When Rachel Chu (Constance Wu), an economics professor, gets an invitation from her boyfriend Nick Young (Henry Golding) to come to her cousin’s wedding in Singapore, she considers this an opportunity to get to know her lover’s family. But without him knowing, it turns out that his lover’s family is the richest family in Singapore and the marriage of Araminta Lee (Sonoya Mizuno) and Colin Khoo (Chris Pang) is predicted to be the wedding of the century. The arrival of Rachel, who was introduced for the first time as Nick’s lover, received an unpleasant reception by their family and circle of friends, they assumed that Rachel was not in their class and she only wanted to seize Nick’s property. Despite the constant pressure,
In a romance film or romantic comedy, a gimmick is a common thing. Likewise, the Cinderella story gimmick used by Crazy Rich Asians is also often mentioned, one of which is in the controversial 50 Shades of Grey trilogy . However the gimmick is used, which will make the audience feel what they are feeling, in this film, I don’t feel the cool and unique feeling. This is different from, say, watching Rompis where the story feels close, or some rom-com films that I recently watched like Serendipity (2001) orSet It Up (2018) which even though both of them feel very cheesy but still looks sweet to him.
Some moments that some people say make me whine and when I watch it next to me several times I scream in exasperation and finally, I can’t feel the same way. Starting from mother-daughter interactions, playing mahjong, to moments on the plane, everything feels normal. Even during the wedding scene especially when Nick mumbled the words “I Love You” to Rachel, I felt more of an “aseeekk” feeling than a “aaawwww” feeling. The most memorable moment for me was precisely in the sub-plot between Astrid (Gemma Chan) and Charlie (Harry Shum Jr.) which if the portion was bigger and coincided with the main plot of Rachel and Nick’s story, the comparison of the two stories would be more “pungent”. (Perhaps this is discussed more deeply in the book, which although I have just had it but haven’t read it yet.)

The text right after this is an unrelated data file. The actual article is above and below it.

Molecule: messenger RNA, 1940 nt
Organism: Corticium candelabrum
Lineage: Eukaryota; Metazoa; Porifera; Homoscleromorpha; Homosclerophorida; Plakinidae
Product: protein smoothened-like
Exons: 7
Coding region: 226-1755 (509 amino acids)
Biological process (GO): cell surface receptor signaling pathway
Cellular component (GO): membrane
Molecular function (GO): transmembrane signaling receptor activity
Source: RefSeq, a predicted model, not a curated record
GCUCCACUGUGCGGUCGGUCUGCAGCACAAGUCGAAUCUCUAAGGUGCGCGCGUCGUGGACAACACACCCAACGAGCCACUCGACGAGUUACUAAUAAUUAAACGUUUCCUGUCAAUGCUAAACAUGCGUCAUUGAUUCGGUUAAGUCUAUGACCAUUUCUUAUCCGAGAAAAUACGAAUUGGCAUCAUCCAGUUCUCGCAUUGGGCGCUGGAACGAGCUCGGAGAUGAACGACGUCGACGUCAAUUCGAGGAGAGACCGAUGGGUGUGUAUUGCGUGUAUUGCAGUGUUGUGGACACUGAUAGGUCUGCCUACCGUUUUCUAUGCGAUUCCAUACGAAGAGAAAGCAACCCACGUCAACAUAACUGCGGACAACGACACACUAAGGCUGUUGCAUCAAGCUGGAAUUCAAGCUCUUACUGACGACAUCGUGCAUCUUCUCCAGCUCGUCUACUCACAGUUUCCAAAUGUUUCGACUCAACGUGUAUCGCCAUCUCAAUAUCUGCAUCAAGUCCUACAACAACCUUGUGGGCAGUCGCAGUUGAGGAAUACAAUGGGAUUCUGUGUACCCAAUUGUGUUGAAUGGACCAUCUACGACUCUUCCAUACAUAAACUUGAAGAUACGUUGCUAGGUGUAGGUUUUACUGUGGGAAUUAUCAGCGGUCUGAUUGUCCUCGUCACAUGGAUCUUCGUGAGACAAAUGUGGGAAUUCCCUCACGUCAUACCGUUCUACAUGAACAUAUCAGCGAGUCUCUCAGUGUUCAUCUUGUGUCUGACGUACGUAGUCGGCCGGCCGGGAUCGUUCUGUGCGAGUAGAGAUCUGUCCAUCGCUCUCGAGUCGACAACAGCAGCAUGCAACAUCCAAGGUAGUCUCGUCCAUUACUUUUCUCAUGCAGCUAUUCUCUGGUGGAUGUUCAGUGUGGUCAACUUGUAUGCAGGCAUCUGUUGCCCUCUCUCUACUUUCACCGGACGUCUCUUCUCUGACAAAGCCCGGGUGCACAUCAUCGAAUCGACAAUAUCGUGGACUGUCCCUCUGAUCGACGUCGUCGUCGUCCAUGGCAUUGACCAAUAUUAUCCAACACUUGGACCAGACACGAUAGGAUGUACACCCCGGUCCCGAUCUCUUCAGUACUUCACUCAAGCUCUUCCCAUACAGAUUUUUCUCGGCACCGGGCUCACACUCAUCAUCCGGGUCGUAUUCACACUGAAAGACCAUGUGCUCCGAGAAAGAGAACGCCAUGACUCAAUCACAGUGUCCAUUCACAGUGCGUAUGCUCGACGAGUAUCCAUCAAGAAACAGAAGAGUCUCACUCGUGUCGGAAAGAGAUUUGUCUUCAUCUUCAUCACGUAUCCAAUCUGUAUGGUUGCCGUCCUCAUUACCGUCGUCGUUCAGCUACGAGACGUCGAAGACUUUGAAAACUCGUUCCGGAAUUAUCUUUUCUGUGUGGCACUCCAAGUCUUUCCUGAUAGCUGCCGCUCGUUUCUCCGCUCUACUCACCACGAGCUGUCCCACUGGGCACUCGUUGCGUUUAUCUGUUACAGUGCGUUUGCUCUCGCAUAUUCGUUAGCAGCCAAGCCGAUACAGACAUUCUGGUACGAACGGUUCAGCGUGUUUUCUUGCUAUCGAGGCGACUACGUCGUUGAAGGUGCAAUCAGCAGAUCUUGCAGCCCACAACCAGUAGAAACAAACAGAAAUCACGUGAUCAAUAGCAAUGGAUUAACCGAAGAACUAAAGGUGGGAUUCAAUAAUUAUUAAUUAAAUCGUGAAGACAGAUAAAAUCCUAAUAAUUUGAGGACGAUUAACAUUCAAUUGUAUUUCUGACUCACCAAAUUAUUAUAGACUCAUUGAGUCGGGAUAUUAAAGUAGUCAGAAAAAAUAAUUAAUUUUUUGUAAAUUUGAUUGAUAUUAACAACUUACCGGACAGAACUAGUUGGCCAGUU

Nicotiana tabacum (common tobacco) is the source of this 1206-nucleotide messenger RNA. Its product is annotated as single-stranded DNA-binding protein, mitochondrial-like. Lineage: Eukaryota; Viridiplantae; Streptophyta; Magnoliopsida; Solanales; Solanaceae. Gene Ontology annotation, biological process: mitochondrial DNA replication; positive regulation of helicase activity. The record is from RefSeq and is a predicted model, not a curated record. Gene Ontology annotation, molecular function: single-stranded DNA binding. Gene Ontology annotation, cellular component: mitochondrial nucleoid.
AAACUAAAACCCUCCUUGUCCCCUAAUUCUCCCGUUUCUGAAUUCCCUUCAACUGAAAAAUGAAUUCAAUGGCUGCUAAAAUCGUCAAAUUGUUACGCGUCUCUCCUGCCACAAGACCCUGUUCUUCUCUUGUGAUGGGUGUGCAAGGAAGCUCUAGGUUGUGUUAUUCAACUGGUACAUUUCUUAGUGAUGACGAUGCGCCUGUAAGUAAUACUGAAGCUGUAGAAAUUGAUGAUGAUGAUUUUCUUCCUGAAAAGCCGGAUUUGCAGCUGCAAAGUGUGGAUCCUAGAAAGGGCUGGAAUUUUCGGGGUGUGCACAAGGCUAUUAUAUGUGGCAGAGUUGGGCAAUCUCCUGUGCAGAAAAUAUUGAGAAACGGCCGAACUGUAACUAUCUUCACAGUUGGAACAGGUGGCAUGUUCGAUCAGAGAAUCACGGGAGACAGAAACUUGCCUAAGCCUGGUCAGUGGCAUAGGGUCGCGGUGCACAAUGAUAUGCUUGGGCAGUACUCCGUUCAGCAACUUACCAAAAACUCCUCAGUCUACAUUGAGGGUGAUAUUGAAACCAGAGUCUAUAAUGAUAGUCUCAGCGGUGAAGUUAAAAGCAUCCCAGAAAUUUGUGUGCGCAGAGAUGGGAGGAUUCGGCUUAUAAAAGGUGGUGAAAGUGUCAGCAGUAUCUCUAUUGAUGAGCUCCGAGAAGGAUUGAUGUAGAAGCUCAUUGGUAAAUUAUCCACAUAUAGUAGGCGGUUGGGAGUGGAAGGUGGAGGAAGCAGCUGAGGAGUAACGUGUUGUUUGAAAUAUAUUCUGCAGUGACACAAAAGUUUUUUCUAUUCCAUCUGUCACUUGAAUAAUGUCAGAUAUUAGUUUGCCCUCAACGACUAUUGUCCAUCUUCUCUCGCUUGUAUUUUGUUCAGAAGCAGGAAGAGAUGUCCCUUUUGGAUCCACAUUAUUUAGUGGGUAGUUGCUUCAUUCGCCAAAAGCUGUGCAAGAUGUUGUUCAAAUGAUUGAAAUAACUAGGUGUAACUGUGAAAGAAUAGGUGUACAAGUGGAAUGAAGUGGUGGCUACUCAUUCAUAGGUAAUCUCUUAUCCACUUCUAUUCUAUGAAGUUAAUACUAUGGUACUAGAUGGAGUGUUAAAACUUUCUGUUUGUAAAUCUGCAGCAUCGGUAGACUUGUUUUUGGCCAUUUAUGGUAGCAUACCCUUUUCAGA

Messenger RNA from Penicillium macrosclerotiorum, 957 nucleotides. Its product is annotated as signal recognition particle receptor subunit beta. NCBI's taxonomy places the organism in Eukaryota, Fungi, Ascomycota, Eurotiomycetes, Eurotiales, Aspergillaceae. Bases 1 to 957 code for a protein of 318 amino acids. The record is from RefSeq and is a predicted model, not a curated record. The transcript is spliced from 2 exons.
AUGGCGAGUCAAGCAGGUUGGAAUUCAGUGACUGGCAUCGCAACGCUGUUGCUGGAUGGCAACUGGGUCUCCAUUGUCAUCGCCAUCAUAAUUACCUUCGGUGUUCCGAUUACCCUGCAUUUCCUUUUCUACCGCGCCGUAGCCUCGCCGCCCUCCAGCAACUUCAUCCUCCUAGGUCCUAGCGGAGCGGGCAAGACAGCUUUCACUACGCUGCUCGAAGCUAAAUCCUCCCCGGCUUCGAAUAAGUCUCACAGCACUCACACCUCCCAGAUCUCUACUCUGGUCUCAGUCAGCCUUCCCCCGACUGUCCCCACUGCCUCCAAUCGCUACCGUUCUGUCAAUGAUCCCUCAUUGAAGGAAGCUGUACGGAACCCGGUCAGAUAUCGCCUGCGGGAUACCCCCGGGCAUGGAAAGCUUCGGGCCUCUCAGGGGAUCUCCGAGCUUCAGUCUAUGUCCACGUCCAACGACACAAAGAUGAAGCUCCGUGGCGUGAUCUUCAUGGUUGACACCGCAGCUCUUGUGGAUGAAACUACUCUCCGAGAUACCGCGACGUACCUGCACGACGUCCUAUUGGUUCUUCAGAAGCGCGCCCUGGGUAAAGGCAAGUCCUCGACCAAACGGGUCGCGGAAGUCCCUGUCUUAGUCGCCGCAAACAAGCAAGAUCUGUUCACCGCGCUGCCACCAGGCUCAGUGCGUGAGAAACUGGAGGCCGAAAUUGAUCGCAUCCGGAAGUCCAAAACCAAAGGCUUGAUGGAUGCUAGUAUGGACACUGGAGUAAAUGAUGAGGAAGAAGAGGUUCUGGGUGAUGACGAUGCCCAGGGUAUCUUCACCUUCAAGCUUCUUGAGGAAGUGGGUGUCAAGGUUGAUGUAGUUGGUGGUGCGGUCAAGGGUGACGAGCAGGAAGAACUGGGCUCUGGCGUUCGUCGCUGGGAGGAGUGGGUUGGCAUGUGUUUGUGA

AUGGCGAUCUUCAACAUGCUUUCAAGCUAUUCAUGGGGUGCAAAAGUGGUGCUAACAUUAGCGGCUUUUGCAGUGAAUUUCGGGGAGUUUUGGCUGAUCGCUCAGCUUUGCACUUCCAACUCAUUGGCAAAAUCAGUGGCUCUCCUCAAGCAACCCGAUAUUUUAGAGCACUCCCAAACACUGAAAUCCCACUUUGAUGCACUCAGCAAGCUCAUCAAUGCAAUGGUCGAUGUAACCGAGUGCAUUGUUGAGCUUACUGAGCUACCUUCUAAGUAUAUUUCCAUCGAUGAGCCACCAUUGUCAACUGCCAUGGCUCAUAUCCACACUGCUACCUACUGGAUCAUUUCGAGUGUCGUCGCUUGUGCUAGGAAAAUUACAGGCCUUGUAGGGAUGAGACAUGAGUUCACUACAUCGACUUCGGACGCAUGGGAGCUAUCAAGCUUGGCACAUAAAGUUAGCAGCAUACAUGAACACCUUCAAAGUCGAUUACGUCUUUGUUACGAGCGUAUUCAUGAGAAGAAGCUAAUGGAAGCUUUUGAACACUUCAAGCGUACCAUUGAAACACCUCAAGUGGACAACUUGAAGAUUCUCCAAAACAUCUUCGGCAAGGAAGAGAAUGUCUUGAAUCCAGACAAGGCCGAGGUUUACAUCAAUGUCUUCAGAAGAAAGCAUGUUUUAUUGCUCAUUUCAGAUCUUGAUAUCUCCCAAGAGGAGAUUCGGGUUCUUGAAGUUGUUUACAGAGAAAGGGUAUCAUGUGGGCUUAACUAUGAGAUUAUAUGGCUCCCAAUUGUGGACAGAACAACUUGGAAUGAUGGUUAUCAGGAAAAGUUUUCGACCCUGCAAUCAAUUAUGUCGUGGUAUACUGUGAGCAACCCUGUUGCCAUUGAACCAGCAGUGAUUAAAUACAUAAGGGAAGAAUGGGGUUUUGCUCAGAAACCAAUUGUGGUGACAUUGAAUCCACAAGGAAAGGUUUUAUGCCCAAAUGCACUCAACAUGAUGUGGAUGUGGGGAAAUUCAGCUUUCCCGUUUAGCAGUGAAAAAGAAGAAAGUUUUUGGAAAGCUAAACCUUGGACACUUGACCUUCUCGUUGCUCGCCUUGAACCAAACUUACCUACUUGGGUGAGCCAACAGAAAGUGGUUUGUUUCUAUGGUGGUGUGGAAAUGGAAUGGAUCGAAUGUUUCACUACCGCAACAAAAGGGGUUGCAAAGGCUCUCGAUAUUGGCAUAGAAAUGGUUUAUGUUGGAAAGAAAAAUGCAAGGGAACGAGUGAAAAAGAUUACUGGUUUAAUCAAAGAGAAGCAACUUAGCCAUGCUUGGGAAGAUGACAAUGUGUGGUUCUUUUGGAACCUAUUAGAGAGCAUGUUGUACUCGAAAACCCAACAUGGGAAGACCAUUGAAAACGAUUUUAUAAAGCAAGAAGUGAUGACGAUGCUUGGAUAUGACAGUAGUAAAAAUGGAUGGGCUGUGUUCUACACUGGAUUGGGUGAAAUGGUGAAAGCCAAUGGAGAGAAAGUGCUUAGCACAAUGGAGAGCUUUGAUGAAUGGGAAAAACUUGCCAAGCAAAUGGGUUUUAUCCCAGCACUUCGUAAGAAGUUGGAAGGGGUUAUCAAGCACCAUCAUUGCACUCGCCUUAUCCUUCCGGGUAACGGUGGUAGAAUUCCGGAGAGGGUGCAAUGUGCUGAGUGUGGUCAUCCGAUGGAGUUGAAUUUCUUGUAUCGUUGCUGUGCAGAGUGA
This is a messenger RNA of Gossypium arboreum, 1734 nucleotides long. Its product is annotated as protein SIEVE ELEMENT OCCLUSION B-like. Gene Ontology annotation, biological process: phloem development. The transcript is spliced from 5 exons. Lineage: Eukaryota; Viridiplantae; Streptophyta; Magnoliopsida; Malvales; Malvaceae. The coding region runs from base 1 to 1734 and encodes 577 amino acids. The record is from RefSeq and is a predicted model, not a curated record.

Maybe the main problem for me not being able to enjoy Crazy Rich Asians like other audiences is the many strange and magical characters. Often times in every film title –not just rom-com films – there is one witty character as a comic relief whose “duty” is to invite laughter from the audience through his behavior or dialogue. In this film, there are too many characters whose behavior is weird and tends to be ridiculous, which instead of making me laugh but actually makes my reaction “what the hell is this”. Starting from Peik Lin Goh and his family, Bernard Tai (Jimmy O. Yang), his director and artist partner, to Araminta and Colin’s circle of friends; everything looks weird and some tends to be creepyrather than funny. If there were more elegant rich people like Eleanor Young (Michelle Yeoh), maybe I could feel more.
Despite not getting the taste that I should have felt like other audiences, Crazy Rich Asians still has elements that I like. The use of the extraordinary wealth of the Young family often takes my breath away. Even with cultural representations that are very Asian, they also often make themselves smile because they are often found in everyday life, this will be difficult to find in other Hollywood rom-com films with different cultures and habits, but again, even though they are very different, these films I can still feel ithis. One other important thing is the selection of songs that are really serene, which even though they use Mandarin which you don’t understand at all, you can still feel them (especially Coldplay’s Yellow composition).